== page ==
This project will only be funded if it reaches its goal by .
Valverde: A Novel about the Civil War in New Mexico
Valverde: A Novel about the Civil War in New Mexico
A Texas Confederate and an Hispanic New Mexican meet face to face over the barrel of a gun at the Civil War Battle of Valverde.
A Texas Confederate and an Hispanic New Mexican meet face to face over the barrel of a gun at the Civil War Battle of Valverde. Read more
This project will only be funded if it reaches its goal by .
About this project
Valverde not only tells a good story, but explores a segment of history that really needs exposure. There are lots of books and movies about the Civil War, but few of them consider the Southwest. Because of its unique history, culture and population, the Civil War in New Mexico wasn't concerned with the same issues as those that affected the East. Written at a 4th grade reading level, this book makes the Civil War accessible to students from the upper elementary through middle school, but it is also a quick and pleasant book for the adult reader. With your support, we can get this book into lots of hands.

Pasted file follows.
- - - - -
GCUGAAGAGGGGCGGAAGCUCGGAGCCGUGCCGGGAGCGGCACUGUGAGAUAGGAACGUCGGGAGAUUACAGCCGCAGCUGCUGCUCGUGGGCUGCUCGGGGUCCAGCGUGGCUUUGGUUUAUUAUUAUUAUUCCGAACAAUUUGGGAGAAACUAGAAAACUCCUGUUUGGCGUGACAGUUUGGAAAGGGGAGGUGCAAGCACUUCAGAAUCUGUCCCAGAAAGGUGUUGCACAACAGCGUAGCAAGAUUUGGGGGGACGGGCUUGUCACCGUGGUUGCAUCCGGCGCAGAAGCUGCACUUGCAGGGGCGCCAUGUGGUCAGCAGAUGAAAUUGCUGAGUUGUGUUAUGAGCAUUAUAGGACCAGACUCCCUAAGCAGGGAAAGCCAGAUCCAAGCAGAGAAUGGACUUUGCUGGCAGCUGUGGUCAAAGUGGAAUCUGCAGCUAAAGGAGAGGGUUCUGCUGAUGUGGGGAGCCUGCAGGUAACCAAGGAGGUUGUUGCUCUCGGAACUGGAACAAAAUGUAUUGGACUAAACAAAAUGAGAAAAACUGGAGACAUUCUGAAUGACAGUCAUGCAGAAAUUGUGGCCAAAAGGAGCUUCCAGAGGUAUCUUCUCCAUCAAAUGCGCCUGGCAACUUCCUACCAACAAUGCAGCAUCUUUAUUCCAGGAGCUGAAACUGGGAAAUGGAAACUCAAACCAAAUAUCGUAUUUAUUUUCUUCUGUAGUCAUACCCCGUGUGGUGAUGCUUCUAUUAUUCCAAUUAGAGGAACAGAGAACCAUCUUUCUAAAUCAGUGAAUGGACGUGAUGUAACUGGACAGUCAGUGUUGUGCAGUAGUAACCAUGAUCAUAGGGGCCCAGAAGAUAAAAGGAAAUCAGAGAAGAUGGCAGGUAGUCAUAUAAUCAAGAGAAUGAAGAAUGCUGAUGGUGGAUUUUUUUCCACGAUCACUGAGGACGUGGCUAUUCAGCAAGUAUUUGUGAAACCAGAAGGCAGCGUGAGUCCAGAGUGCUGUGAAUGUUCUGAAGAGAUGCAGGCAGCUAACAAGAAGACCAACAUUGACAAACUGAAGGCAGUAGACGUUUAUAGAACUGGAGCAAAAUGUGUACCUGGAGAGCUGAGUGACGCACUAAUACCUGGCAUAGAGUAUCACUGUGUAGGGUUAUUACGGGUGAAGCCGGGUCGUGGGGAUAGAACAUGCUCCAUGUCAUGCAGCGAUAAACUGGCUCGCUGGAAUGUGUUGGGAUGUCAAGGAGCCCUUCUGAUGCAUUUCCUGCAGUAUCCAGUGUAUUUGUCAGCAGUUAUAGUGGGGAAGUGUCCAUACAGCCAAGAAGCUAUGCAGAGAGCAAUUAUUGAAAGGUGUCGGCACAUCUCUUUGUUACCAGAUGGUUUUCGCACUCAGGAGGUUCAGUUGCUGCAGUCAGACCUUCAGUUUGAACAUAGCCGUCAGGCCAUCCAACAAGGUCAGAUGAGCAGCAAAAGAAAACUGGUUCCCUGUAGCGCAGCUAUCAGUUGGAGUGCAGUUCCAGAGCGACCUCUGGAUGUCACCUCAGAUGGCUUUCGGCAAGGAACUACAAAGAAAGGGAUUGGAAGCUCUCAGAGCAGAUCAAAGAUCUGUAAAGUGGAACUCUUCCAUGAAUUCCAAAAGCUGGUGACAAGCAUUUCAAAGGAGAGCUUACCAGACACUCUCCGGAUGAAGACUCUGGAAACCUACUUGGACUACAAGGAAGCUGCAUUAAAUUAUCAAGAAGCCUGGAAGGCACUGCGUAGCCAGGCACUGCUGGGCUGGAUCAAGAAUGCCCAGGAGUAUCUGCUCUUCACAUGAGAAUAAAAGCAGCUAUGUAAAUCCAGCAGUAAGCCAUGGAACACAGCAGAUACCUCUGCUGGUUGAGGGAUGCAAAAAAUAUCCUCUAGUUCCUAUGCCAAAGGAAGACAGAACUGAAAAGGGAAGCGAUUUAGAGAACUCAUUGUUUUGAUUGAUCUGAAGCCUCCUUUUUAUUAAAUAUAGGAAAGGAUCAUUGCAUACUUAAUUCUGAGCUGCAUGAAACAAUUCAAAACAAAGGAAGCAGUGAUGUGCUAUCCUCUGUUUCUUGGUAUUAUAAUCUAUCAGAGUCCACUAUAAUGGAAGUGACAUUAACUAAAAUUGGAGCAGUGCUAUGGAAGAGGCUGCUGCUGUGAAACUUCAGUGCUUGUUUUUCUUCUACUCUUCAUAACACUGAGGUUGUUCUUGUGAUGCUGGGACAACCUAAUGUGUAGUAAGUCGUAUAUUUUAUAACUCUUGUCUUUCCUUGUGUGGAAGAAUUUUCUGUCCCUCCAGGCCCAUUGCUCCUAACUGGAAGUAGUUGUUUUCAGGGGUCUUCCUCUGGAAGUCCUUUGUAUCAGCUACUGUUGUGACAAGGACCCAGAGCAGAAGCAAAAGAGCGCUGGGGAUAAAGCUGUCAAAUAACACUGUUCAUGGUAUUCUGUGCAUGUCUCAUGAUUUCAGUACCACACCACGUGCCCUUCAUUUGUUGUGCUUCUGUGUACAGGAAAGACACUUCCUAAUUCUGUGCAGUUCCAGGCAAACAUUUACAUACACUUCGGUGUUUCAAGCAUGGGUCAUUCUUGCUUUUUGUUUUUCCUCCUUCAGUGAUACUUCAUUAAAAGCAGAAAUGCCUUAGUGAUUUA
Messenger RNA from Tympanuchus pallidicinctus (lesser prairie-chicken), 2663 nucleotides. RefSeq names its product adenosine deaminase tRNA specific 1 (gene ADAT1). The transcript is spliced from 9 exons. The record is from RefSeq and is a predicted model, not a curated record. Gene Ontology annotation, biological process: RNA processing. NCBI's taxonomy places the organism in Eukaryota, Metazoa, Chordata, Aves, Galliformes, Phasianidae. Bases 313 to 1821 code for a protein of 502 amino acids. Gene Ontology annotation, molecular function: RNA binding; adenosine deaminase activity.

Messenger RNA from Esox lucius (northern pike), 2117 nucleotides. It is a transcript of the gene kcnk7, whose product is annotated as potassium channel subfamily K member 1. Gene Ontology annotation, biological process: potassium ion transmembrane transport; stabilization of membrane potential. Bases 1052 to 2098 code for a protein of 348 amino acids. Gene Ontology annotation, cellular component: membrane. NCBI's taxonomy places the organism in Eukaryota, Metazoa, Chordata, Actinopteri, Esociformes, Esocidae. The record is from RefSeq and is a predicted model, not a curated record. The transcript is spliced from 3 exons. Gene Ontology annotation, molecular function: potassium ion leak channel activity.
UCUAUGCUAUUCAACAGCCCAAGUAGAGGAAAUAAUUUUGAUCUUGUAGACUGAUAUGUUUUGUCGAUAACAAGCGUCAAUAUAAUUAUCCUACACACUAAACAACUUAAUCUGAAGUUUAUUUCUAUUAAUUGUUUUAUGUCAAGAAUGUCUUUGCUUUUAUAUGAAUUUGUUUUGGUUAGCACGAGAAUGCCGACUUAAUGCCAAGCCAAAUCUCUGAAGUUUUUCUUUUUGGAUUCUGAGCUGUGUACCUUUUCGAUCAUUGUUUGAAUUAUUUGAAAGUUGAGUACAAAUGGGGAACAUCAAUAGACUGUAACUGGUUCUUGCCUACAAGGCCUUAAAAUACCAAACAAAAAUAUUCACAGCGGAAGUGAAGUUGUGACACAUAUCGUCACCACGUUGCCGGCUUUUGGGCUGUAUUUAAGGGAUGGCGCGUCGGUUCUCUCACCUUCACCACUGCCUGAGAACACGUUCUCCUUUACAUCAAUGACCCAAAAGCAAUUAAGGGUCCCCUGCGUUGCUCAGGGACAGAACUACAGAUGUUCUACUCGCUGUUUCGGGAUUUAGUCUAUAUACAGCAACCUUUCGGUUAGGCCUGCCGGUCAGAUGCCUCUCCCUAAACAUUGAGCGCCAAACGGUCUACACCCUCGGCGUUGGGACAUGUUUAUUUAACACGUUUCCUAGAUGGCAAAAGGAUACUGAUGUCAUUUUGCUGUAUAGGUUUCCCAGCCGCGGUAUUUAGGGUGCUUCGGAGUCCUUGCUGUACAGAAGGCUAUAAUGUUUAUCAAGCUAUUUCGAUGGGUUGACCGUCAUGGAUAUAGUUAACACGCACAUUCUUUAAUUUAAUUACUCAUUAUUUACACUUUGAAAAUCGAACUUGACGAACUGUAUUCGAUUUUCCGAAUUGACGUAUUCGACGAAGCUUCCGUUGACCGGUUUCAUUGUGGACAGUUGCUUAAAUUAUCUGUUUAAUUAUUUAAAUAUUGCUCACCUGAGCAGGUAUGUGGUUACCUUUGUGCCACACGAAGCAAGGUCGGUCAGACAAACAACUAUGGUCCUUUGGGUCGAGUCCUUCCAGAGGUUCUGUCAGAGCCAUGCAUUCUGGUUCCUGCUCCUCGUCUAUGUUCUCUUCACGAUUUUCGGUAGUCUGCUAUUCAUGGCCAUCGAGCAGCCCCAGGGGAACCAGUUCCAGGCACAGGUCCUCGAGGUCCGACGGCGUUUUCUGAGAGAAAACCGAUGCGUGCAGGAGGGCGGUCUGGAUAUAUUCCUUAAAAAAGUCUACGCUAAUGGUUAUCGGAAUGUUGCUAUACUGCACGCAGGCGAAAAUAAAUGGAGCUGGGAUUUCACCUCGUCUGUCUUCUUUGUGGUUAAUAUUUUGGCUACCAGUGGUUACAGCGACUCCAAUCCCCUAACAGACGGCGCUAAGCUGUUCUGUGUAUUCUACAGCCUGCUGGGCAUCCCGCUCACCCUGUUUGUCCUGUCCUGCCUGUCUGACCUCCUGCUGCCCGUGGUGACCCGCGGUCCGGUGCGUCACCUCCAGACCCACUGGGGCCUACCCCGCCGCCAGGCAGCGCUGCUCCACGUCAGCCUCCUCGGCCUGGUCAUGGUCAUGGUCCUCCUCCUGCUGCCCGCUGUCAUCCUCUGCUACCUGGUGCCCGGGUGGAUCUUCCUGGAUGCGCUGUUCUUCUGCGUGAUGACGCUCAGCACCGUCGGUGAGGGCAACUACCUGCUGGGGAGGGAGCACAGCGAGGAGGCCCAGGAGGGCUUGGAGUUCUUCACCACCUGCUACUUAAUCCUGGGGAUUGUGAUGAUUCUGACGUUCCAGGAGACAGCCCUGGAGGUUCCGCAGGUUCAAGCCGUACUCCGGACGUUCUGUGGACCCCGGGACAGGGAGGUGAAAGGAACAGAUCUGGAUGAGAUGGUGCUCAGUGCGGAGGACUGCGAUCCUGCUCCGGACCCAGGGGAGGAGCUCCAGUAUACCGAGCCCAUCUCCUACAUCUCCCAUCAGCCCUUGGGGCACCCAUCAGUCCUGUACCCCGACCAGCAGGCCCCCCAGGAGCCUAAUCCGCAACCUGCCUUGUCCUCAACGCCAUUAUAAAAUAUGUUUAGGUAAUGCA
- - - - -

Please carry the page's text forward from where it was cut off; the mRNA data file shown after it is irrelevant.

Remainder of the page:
Not everyone in Valverde is fictitious. Here are some of the real people who appear in this novel.
Jemmy ran to the sandy depression where he had seen the guidons for Green’s men. He searched the front line until he found Wade and Norvell among the 200 men lying against the hill. He threw himself down next to them, laying his shotgun by his side.
“What are you doing here?” Frederick Ward asked, frowning under his bushy mustache.
“Avenging my mules,” Jemmy answered.
“T’aint worth it, Little Britches. Get out now an’ go back to the carts,” Norvell said, but Jemmy didn’t answer. Norvell started sobbing, his breath coming in big gasps.
Jemmy looked back. Behind him, a second line of 250 men and a third of 300 squatted on their heels. Sergeants walked up and down, shouting at the men to make sure their firearms had a priming cap in place, to shoot low, and not until they were very close.
The whites of their eyes, Jemmy thought, then wondered where he’d heard that before. Don’t shoot until you see the whites of their eyes. Norvell’s hands were trembling. His eyes were as round as a rabbit’s. Plenty of white showing, all the way around: a fine target if the Yankees were looking for the whites of his eyes.